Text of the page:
Huron River Flats--OH-2

Huron River Flats--OH-2

Huron, Ohio 44839

Also, see all the hotspots at:
Huron River Birding Drive

Tips for Birding

The Huron River is especially broad and shallow here, with brushy islands, mudflats, and shallows on either side of the large bridge conveying OH-2 over the river. In winter and migrations, when the river is not too high, it is very attractive to birds, especially shorebirds and roosting gulls.

The best viewing site can be reached by taking US-6 east of midtown in Huron across the river. Watch for a sign for River Road on the right soon after the bridge, and turn right there. About a mile ahead, a wide area in the river will appear on the right hand, with railroad tracks intervening. Find a safe place to pull over—the best place is just before you reach the massive OH-2 bridge and park. Walk to a good viewing point of the shallows and mudflats and brushy islands in the riverbed.

The railroad tracks take a sharp turn here, and make it difficult to see trains coming in time, and difficult for them to see you: do NOT stand on or near the railroad tracks.

Unfortunately, distances are great here, and a good scope is necessary. Morning light is best; after noon viewing becomes increasingly difficult. This is not a major birding destination, but can be a good stop between more important venues.

Open all year during daylight hours.

Parking Areas: None. Just pull off the road, carefully, before the massive OH-2 bridge.

Birds of Interest

Gull roosts in the thousands persist a bit after freeze-up.
Shorebirds in season can be rather numerous here, if not always possible to identify because of the distance involved.
Shorebirds in season can be rather numerous here, if not always possible to identify because of the distance involved.

About this Location

The 14-mile long main branch of the Huron River begins at the confluence of the East Branch Huron and West Branch Huron rivers just west of Milan. The river empties into Lake Erie in the city of Huron. Headwaters for the branches are in Fitchville Township (Huron County) and Blooming Grove Township (Richland County), respectively, and are 30 miles and 50 miles long, respectively.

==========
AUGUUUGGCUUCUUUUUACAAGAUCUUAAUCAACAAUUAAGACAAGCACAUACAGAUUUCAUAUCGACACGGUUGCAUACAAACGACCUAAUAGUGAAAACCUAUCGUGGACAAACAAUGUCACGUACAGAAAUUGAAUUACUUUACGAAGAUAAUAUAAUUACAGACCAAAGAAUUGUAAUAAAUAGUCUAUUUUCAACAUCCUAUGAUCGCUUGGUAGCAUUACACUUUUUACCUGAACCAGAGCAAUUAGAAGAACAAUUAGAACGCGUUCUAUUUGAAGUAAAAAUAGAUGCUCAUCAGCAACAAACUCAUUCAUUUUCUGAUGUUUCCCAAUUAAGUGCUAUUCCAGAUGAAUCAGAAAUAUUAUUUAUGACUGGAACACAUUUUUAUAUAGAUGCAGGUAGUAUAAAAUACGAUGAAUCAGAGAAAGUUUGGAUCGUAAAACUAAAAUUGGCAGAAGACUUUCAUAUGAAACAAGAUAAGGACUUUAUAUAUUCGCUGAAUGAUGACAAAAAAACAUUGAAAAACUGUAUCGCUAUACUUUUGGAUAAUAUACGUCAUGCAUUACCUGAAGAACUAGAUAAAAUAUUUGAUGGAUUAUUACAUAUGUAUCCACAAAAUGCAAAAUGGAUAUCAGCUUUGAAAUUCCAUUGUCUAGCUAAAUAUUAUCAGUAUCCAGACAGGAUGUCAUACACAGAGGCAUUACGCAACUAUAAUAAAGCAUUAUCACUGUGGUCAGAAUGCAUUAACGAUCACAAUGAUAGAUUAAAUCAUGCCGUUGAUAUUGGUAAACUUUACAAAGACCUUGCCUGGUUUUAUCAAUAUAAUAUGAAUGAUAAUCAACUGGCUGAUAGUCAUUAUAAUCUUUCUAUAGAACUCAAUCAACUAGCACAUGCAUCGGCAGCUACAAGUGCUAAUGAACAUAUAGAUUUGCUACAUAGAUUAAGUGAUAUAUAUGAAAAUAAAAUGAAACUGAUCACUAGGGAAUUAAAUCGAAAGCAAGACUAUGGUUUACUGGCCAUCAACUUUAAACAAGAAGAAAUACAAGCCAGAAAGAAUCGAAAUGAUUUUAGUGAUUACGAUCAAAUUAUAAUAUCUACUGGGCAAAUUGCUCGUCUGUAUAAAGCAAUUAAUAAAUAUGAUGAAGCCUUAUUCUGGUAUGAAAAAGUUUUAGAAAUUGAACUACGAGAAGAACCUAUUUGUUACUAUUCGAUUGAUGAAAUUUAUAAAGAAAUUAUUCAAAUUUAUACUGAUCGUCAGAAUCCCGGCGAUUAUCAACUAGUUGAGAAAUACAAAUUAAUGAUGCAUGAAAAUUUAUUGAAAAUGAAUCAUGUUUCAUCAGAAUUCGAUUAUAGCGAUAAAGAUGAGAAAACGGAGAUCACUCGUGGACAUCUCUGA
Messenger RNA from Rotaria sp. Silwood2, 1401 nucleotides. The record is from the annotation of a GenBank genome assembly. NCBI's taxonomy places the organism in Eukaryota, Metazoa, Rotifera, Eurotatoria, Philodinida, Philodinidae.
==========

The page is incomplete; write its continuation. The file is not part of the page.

The word “Huron” refers to a Native American tribe that was prevalent in the Great Lakes region prior to European settlement. Variant names have included Bald Eagle Creek, Notowacy Thepy, and Pettquotting River, among others. Much of the river system flows through Huron and Erie counties which together comprise a large amount of “the Firelands,” the westernmost portion of the Connecticut Western Reserve. Established in 1792, the Firelands had been reserved for Connecticut residents whose homes were burned during the British raids of the late 1700s during the Revolutionary War. In the early 1800s, settlers began populating the area.

In 1839 the Milan Canal opened. The canal paralleled the east bank of the Huron River and connected the village of Milan to Lake Erie. During the canal’s prime, Milan thrived as Lake Erie’s largest inland port and as one of the busiest Great Lakes ports. Inventor Thomas Alva Edison’s birth home overlooked the canal in downtown Milan. The Milan Canal era ended in 1868, due to flooding as a result of a feeder dam failure.

The lower Huron River near the city so named is an estuarine environment as water and habitat within the channel and adjacent marsh are influenced by Lake Erie water levels. Catfish (channel and flatheads), smallMouth bass, perch, and walleye are popular fishing catches near the lake while northern pike and smallMouth bass are found farther upriver. The river offers recreational boaters many commercial and publicly-available ramps and marinas.

No restroom facilities.

Content from Ohio Ornithological Society